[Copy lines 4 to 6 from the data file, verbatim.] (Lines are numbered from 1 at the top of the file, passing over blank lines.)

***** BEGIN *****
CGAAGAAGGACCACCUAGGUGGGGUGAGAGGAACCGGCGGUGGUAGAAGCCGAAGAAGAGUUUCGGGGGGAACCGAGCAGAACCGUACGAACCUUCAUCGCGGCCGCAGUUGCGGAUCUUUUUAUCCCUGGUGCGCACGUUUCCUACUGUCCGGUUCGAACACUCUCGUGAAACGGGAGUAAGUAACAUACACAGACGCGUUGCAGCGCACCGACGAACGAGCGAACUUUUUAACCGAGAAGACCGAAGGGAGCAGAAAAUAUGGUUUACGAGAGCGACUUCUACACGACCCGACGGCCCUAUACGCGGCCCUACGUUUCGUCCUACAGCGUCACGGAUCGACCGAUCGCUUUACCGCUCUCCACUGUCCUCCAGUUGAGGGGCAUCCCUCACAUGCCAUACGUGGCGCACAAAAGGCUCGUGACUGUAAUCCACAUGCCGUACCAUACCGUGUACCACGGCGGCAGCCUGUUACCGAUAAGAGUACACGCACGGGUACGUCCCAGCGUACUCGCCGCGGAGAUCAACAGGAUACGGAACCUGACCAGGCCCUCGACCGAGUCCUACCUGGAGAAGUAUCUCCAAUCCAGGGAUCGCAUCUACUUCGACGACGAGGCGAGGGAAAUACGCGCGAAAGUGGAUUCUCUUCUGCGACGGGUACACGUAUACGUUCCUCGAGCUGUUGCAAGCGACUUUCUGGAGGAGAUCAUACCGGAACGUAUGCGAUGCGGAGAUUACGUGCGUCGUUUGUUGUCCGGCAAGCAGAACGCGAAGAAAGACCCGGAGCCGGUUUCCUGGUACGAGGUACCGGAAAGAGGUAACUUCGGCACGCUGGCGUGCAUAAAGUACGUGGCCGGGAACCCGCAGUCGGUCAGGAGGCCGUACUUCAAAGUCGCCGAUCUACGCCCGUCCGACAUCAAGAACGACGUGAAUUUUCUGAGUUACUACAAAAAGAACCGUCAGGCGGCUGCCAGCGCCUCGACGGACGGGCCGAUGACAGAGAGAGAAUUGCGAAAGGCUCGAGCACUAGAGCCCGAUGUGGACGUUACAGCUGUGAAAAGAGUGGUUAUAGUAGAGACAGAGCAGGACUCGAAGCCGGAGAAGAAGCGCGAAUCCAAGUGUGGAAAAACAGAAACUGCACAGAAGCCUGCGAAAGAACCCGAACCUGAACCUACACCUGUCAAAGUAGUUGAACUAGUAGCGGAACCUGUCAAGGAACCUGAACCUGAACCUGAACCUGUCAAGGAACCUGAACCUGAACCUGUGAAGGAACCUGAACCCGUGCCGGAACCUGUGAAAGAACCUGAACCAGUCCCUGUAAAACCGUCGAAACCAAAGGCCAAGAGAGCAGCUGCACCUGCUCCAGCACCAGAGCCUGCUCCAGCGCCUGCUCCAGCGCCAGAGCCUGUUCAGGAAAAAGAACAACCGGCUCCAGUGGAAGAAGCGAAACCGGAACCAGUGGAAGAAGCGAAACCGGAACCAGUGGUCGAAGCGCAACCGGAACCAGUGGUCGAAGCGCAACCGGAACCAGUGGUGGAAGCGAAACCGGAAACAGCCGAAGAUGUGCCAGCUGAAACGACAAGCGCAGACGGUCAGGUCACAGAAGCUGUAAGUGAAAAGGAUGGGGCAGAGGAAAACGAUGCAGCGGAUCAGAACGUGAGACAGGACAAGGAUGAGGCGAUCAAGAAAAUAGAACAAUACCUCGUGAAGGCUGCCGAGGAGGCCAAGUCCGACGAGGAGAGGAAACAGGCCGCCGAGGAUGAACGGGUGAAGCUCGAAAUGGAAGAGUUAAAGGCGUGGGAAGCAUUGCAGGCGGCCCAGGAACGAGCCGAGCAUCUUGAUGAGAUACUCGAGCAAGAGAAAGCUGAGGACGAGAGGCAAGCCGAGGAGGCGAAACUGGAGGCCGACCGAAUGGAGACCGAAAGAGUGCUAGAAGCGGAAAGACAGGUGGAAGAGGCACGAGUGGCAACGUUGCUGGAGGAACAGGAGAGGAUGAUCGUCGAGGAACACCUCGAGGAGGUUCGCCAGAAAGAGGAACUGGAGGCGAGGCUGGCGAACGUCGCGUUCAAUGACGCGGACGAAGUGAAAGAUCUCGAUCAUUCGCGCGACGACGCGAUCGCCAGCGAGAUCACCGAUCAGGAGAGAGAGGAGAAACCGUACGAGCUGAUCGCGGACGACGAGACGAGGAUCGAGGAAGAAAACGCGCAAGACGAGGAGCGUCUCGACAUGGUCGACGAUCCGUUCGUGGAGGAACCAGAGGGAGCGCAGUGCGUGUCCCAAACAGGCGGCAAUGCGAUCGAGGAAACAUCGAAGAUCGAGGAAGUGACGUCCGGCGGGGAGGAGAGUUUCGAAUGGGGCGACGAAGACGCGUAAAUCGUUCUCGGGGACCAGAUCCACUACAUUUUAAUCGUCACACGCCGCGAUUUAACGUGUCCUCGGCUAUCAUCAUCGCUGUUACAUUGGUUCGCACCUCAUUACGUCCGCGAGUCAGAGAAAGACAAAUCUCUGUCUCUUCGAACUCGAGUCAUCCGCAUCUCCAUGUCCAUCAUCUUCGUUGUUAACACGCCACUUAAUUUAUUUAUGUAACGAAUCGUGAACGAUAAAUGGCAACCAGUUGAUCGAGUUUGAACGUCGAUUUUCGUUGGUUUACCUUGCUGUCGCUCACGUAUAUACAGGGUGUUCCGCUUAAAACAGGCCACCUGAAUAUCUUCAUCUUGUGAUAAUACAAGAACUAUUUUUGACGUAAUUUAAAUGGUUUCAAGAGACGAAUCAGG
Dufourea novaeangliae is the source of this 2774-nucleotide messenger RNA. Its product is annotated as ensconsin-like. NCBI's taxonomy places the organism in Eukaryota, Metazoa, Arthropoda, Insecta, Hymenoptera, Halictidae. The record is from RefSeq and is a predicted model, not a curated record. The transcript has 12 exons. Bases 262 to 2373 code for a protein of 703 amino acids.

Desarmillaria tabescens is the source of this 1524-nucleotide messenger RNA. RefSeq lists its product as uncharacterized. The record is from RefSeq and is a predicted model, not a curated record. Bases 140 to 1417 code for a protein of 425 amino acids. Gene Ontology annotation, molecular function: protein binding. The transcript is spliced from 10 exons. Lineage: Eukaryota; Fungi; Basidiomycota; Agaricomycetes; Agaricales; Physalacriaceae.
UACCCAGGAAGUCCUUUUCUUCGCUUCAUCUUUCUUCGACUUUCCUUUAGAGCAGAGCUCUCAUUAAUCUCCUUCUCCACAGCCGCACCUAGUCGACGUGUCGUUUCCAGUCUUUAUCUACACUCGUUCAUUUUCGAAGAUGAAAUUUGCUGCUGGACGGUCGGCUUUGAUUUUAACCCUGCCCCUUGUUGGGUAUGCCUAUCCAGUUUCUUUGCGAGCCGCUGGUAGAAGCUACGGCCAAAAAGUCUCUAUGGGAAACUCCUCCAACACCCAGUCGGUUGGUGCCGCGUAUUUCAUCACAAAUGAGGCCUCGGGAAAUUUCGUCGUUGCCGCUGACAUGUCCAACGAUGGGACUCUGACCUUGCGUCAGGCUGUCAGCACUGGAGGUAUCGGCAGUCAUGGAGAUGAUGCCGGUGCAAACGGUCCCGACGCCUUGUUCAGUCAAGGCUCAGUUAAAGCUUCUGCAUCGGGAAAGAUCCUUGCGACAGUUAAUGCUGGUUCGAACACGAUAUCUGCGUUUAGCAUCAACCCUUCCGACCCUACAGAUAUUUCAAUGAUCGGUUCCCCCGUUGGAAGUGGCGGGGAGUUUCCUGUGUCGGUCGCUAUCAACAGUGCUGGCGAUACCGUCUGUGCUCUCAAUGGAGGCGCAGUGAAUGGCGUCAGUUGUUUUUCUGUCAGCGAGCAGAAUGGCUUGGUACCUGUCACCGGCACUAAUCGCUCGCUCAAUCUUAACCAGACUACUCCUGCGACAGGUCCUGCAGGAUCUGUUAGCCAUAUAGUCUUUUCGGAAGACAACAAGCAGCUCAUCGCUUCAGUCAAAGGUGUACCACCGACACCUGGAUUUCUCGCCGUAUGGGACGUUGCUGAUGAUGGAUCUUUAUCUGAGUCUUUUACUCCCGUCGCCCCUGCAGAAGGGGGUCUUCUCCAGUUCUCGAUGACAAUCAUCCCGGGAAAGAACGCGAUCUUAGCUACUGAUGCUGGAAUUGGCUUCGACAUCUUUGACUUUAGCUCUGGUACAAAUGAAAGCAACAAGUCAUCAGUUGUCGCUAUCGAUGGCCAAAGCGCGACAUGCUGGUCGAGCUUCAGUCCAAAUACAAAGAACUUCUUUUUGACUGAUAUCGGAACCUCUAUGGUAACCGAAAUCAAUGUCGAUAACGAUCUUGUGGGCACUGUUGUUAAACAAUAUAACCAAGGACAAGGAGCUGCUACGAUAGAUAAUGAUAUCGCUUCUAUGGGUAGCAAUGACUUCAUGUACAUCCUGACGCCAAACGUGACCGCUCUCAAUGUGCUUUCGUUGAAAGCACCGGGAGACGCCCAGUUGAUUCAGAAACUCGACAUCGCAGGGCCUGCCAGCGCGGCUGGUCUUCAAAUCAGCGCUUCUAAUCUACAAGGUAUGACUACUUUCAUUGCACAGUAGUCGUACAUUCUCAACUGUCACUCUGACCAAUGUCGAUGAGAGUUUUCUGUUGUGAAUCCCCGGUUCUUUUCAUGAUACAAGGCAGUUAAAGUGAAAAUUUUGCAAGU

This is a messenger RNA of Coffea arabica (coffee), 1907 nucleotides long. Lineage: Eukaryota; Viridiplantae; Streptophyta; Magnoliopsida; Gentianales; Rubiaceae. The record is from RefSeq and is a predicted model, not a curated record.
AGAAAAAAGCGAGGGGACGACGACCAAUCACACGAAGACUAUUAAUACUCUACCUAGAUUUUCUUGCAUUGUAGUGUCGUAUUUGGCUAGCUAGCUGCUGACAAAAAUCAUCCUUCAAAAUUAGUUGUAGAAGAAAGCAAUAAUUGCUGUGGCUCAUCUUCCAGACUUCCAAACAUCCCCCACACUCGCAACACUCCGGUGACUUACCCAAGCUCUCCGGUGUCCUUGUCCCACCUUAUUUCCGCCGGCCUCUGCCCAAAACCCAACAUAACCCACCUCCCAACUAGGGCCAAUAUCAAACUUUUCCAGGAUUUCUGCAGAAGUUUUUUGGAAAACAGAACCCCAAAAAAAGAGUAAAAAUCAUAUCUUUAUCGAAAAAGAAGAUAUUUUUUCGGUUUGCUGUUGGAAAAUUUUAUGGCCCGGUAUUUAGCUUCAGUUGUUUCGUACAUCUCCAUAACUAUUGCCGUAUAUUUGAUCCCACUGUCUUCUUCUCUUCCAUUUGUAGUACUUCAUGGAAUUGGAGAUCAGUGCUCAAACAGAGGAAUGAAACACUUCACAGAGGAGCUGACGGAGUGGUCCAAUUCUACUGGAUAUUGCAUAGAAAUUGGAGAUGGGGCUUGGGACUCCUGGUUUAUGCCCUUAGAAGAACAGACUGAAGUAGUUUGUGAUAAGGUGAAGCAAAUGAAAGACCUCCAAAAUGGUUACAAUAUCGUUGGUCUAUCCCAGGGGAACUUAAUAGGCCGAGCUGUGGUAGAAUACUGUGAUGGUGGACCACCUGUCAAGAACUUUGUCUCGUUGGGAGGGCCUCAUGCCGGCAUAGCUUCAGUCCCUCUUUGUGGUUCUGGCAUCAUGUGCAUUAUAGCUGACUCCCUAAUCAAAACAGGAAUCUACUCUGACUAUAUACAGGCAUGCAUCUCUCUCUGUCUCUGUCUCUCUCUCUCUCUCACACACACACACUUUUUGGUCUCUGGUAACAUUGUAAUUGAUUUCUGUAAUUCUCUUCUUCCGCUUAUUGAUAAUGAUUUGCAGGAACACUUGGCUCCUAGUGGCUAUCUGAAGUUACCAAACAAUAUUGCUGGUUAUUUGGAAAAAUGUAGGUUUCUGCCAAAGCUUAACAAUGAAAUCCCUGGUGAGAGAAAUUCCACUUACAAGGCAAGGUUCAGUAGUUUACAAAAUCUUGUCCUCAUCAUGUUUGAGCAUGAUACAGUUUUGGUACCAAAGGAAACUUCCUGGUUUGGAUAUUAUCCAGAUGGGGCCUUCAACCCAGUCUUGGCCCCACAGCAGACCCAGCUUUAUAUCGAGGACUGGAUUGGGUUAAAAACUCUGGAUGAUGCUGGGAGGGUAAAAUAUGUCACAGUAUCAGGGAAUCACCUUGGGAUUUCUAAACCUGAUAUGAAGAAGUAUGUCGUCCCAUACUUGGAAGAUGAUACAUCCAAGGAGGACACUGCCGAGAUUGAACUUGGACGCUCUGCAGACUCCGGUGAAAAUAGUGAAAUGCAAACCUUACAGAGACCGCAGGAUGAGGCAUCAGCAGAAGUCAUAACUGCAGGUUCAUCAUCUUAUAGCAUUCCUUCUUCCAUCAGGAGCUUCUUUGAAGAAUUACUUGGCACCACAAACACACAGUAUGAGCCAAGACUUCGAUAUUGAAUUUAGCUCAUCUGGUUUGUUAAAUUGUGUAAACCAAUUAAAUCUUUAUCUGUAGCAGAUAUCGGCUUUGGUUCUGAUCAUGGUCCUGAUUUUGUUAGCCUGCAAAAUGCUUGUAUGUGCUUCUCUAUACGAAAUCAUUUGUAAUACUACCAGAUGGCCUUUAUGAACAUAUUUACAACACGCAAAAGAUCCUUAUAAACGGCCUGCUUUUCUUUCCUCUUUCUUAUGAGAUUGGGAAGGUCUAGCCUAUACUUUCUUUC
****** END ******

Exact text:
UACCCAGGAAGUCCUUUUCUUCGCUUCAUCUUUCUUCGACUUUCCUUUAGAGCAGAGCUCUCAUUAAUCUCCUUCUCCACAGCCGCACCUAGUCGACGUGUCGUUUCCAGUCUUUAUCUACACUCGUUCAUUUUCGAAGAUGAAAUUUGCUGCUGGACGGUCGGCUUUGAUUUUAACCCUGCCCCUUGUUGGGUAUGCCUAUCCAGUUUCUUUGCGAGCCGCUGGUAGAAGCUACGGCCAAAAAGUCUCUAUGGGAAACUCCUCCAACACCCAGUCGGUUGGUGCCGCGUAUUUCAUCACAAAUGAGGCCUCGGGAAAUUUCGUCGUUGCCGCUGACAUGUCCAACGAUGGGACUCUGACCUUGCGUCAGGCUGUCAGCACUGGAGGUAUCGGCAGUCAUGGAGAUGAUGCCGGUGCAAACGGUCCCGACGCCUUGUUCAGUCAAGGCUCAGUUAAAGCUUCUGCAUCGGGAAAGAUCCUUGCGACAGUUAAUGCUGGUUCGAACACGAUAUCUGCGUUUAGCAUCAACCCUUCCGACCCUACAGAUAUUUCAAUGAUCGGUUCCCCCGUUGGAAGUGGCGGGGAGUUUCCUGUGUCGGUCGCUAUCAACAGUGCUGGCGAUACCGUCUGUGCUCUCAAUGGAGGCGCAGUGAAUGGCGUCAGUUGUUUUUCUGUCAGCGAGCAGAAUGGCUUGGUACCUGUCACCGGCACUAAUCGCUCGCUCAAUCUUAACCAGACUACUCCUGCGACAGGUCCUGCAGGAUCUGUUAGCCAUAUAGUCUUUUCGGAAGACAACAAGCAGCUCAUCGCUUCAGUCAAAGGUGUACCACCGACACCUGGAUUUCUCGCCGUAUGGGACGUUGCUGAUGAUGGAUCUUUAUCUGAGUCUUUUACUCCCGUCGCCCCUGCAGAAGGGGGUCUUCUCCAGUUCUCGAUGACAAUCAUCCCGGGAAAGAACGCGAUCUUAGCUACUGAUGCUGGAAUUGGCUUCGACAUCUUUGACUUUAGCUCUGGUACAAAUGAAAGCAACAAGUCAUCAGUUGUCGCUAUCGAUGGCCAAAGCGCGACAUGCUGGUCGAGCUUCAGUCCAAAUACAAAGAACUUCUUUUUGACUGAUAUCGGAACCUCUAUGGUAACCGAAAUCAAUGUCGAUAACGAUCUUGUGGGCACUGUUGUUAAACAAUAUAACCAAGGACAAGGAGCUGCUACGAUAGAUAAUGAUAUCGCUUCUAUGGGUAGCAAUGACUUCAUGUACAUCCUGACGCCAAACGUGACCGCUCUCAAUGUGCUUUCGUUGAAAGCACCGGGAGACGCCCAGUUGAUUCAGAAACUCGACAUCGCAGGGCCUGCCAGCGCGGCUGGUCUUCAAAUCAGCGCUUCUAAUCUACAAGGUAUGACUACUUUCAUUGCACAGUAGUCGUACAUUCUCAACUGUCACUCUGACCAAUGUCGAUGAGAGUUUUCUGUUGUGAAUCCCCGGUUCUUUUCAUGAUACAAGGCAGUUAAAGUGAAAAUUUUGCAAGU

This is a messenger RNA of Coffea arabica (coffee), 1907 nucleotides long. Lineage: Eukaryota; Viridiplantae; Streptophyta; Magnoliopsida; Gentianales; Rubiaceae. The record is from RefSeq and is a predicted model, not a curated record.
AGAAAAAAGCGAGGGGACGACGACCAAUCACACGAAGACUAUUAAUACUCUACCUAGAUUUUCUUGCAUUGUAGUGUCGUAUUUGGCUAGCUAGCUGCUGACAAAAAUCAUCCUUCAAAAUUAGUUGUAGAAGAAAGCAAUAAUUGCUGUGGCUCAUCUUCCAGACUUCCAAACAUCCCCCACACUCGCAACACUCCGGUGACUUACCCAAGCUCUCCGGUGUCCUUGUCCCACCUUAUUUCCGCCGGCCUCUGCCCAAAACCCAACAUAACCCACCUCCCAACUAGGGCCAAUAUCAAACUUUUCCAGGAUUUCUGCAGAAGUUUUUUGGAAAACAGAACCCCAAAAAAAGAGUAAAAAUCAUAUCUUUAUCGAAAAAGAAGAUAUUUUUUCGGUUUGCUGUUGGAAAAUUUUAUGGCCCGGUAUUUAGCUUCAGUUGUUUCGUACAUCUCCAUAACUAUUGCCGUAUAUUUGAUCCCACUGUCUUCUUCUCUUCCAUUUGUAGUACUUCAUGGAAUUGGAGAUCAGUGCUCAAACAGAGGAAUGAAACACUUCACAGAGGAGCUGACGGAGUGGUCCAAUUCUACUGGAUAUUGCAUAGAAAUUGGAGAUGGGGCUUGGGACUCCUGGUUUAUGCCCUUAGAAGAACAGACUGAAGUAGUUUGUGAUAAGGUGAAGCAAAUGAAAGACCUCCAAAAUGGUUACAAUAUCGUUGGUCUAUCCCAGGGGAACUUAAUAGGCCGAGCUGUGGUAGAAUACUGUGAUGGUGGACCACCUGUCAAGAACUUUGUCUCGUUGGGAGGGCCUCAUGCCGGCAUAGCUUCAGUCCCUCUUUGUGGUUCUGGCAUCAUGUGCAUUAUAGCUGACUCCCUAAUCAAAACAGGAAUCUACUCUGACUAUAUACAGGCAUGCAUCUCUCUCUGUCUCUGUCUCUCUCUCUCUCUCACACACACACACUUUUUGGUCUCUGGUAACAUUGUAAUUGAUUUCUGUAAUUCUCUUCUUCCGCUUAUUGAUAAUGAUUUGCAGGAACACUUGGCUCCUAGUGGCUAUCUGAAGUUACCAAACAAUAUUGCUGGUUAUUUGGAAAAAUGUAGGUUUCUGCCAAAGCUUAACAAUGAAAUCCCUGGUGAGAGAAAUUCCACUUACAAGGCAAGGUUCAGUAGUUUACAAAAUCUUGUCCUCAUCAUGUUUGAGCAUGAUACAGUUUUGGUACCAAAGGAAACUUCCUGGUUUGGAUAUUAUCCAGAUGGGGCCUUCAACCCAGUCUUGGCCCCACAGCAGACCCAGCUUUAUAUCGAGGACUGGAUUGGGUUAAAAACUCUGGAUGAUGCUGGGAGGGUAAAAUAUGUCACAGUAUCAGGGAAUCACCUUGGGAUUUCUAAACCUGAUAUGAAGAAGUAUGUCGUCCCAUACUUGGAAGAUGAUACAUCCAAGGAGGACACUGCCGAGAUUGAACUUGGACGCUCUGCAGACUCCGGUGAAAAUAGUGAAAUGCAAACCUUACAGAGACCGCAGGAUGAGGCAUCAGCAGAAGUCAUAACUGCAGGUUCAUCAUCUUAUAGCAUUCCUUCUUCCAUCAGGAGCUUCUUUGAAGAAUUACUUGGCACCACAAACACACAGUAUGAGCCAAGACUUCGAUAUUGAAUUUAGCUCAUCUGGUUUGUUAAAUUGUGUAAACCAAUUAAAUCUUUAUCUGUAGCAGAUAUCGGCUUUGGUUCUGAUCAUGGUCCUGAUUUUGUUAGCCUGCAAAAUGCUUGUAUGUGCUUCUCUAUACGAAAUCAUUUGUAAUACUACCAGAUGGCCUUUAUGAACAUAUUUACAACACGCAAAAGAUCCUUAUAAACGGCCUGCUUUUCUUUCCUCUUUCUUAUGAGAUUGGGAAGGUCUAGCCUAUACUUUCUUUC